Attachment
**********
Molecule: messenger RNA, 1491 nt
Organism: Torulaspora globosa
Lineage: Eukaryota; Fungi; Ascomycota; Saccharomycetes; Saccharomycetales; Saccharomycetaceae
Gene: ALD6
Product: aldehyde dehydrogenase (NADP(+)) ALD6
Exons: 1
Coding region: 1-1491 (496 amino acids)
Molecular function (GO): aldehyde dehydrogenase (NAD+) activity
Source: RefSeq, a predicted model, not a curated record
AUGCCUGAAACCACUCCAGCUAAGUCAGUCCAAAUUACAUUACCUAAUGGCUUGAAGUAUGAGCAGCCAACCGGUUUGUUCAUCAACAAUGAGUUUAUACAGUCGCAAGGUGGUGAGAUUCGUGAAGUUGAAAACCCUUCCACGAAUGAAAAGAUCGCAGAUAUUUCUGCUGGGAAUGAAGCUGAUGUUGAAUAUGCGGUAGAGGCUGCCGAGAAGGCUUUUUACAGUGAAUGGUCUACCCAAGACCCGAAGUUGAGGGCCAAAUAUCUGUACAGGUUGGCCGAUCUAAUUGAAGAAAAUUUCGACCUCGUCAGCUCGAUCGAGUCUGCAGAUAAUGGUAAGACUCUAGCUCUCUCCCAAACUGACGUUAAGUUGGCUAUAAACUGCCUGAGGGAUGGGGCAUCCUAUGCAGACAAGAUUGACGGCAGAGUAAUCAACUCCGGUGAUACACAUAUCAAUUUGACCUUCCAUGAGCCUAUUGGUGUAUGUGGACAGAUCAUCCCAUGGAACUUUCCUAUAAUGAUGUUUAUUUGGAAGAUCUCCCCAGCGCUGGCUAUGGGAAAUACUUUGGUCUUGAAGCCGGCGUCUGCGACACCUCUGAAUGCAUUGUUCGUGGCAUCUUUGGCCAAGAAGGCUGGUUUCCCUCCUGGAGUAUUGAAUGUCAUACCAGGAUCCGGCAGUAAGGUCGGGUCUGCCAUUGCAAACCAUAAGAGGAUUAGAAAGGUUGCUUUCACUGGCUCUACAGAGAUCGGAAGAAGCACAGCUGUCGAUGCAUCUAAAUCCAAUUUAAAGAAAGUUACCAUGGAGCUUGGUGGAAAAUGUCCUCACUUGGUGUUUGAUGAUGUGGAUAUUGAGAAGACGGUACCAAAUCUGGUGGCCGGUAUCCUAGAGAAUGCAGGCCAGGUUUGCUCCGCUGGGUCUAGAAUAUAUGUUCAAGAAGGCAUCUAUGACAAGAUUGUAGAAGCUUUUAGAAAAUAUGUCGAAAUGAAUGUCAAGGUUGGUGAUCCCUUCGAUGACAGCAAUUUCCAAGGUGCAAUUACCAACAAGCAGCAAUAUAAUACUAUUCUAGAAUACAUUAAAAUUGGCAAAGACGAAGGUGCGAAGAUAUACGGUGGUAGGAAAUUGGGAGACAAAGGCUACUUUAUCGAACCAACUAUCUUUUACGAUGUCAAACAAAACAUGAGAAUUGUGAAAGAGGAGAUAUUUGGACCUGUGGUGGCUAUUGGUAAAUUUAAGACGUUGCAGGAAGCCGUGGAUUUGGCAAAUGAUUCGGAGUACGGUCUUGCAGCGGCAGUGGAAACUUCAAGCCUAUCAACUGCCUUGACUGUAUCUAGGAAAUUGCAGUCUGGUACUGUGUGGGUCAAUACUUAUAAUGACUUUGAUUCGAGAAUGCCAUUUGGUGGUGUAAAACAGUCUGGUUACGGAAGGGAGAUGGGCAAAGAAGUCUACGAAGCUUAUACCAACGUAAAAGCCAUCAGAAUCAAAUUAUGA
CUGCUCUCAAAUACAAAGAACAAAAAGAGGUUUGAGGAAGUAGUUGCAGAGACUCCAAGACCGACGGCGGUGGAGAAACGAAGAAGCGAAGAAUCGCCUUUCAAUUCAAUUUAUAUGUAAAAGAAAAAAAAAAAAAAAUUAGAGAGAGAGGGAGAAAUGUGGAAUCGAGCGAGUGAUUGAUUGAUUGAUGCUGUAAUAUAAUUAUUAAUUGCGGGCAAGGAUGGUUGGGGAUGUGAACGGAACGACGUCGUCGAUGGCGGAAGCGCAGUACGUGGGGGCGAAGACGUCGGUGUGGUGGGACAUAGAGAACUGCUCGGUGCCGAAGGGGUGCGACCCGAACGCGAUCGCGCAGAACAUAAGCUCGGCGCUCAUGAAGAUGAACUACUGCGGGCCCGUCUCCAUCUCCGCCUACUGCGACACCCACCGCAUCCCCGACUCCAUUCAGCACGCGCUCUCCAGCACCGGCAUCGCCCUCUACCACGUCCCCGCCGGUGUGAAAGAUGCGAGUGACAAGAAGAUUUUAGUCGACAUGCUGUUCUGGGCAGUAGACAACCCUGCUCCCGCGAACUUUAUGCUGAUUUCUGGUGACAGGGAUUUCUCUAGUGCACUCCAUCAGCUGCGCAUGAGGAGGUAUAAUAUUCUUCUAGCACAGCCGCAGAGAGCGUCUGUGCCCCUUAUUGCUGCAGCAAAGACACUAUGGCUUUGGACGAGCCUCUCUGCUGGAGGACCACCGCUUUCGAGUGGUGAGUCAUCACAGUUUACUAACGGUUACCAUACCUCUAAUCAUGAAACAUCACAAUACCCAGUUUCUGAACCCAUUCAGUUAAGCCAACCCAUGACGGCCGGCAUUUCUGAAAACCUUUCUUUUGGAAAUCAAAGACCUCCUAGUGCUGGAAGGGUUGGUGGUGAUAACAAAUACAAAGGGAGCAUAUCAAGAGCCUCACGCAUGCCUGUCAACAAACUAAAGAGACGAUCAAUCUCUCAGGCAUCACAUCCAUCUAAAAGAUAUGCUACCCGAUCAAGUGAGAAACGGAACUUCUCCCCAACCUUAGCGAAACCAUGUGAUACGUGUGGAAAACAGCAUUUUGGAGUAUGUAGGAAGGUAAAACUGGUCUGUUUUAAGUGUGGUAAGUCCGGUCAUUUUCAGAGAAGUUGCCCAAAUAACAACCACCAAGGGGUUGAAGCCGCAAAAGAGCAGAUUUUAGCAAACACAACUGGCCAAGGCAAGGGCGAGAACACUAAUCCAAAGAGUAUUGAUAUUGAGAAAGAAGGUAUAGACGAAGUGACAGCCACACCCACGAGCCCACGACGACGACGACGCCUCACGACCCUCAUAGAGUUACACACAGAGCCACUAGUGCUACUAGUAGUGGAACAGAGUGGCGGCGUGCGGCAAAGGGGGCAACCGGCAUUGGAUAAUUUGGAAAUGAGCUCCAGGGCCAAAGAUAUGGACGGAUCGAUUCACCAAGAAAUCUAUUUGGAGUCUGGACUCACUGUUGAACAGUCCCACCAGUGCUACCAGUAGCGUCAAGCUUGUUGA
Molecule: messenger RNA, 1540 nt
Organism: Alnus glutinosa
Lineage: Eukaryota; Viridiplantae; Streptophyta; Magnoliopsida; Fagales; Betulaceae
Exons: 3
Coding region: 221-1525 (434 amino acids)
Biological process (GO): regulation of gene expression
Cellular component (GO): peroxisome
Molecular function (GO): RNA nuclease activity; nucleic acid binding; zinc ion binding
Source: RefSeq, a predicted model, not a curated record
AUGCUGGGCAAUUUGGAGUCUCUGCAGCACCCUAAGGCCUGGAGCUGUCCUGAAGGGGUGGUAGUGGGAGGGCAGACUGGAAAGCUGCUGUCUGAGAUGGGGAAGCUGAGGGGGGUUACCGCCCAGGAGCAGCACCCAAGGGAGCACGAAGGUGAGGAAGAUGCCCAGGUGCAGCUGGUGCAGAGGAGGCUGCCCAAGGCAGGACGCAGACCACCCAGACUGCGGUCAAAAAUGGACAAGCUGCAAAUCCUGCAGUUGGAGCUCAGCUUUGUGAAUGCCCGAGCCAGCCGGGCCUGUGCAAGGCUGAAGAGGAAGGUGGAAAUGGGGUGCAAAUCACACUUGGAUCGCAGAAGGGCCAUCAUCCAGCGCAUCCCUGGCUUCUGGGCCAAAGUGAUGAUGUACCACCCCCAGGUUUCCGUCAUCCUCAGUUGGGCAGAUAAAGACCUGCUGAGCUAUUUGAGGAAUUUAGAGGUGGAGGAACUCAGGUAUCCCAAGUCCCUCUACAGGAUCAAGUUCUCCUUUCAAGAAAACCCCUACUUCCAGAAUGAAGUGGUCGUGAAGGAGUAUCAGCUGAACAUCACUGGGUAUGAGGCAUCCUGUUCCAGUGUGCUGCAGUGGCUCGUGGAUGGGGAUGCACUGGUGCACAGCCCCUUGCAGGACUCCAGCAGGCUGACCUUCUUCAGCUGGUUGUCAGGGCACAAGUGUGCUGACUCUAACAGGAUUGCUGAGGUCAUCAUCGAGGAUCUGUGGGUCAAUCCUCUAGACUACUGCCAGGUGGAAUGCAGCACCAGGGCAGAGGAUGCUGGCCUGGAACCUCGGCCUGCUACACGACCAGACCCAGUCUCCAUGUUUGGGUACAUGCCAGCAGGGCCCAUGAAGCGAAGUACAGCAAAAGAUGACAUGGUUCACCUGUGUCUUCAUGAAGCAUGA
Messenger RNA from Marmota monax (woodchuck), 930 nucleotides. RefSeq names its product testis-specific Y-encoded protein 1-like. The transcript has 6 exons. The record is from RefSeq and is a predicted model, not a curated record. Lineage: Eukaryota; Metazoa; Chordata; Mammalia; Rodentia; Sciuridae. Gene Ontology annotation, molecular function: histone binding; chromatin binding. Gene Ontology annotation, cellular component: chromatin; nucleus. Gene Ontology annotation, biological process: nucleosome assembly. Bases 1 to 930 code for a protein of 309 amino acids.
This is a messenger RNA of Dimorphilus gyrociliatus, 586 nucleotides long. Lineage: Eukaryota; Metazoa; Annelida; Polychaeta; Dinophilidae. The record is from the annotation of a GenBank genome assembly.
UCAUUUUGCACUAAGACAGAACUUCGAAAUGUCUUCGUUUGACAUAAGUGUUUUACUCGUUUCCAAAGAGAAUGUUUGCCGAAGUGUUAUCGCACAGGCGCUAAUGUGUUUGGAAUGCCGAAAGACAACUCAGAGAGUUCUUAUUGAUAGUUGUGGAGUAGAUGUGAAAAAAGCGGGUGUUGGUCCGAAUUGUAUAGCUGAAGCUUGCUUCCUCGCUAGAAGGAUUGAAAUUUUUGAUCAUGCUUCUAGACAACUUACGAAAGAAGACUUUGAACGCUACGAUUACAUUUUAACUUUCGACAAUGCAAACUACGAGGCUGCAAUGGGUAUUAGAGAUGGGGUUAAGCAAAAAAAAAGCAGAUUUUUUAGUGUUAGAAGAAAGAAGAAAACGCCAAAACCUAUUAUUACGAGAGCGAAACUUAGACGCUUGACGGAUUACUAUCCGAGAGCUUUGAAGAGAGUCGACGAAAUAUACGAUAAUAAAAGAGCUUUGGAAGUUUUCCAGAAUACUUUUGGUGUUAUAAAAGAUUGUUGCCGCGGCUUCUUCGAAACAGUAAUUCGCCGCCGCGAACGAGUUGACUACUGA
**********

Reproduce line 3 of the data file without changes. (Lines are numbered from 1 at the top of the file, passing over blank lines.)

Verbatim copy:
Lineage: Eukaryota; Fungi; Ascomycota; Saccharomycetes; Saccharomycetales; Saccharomycetaceae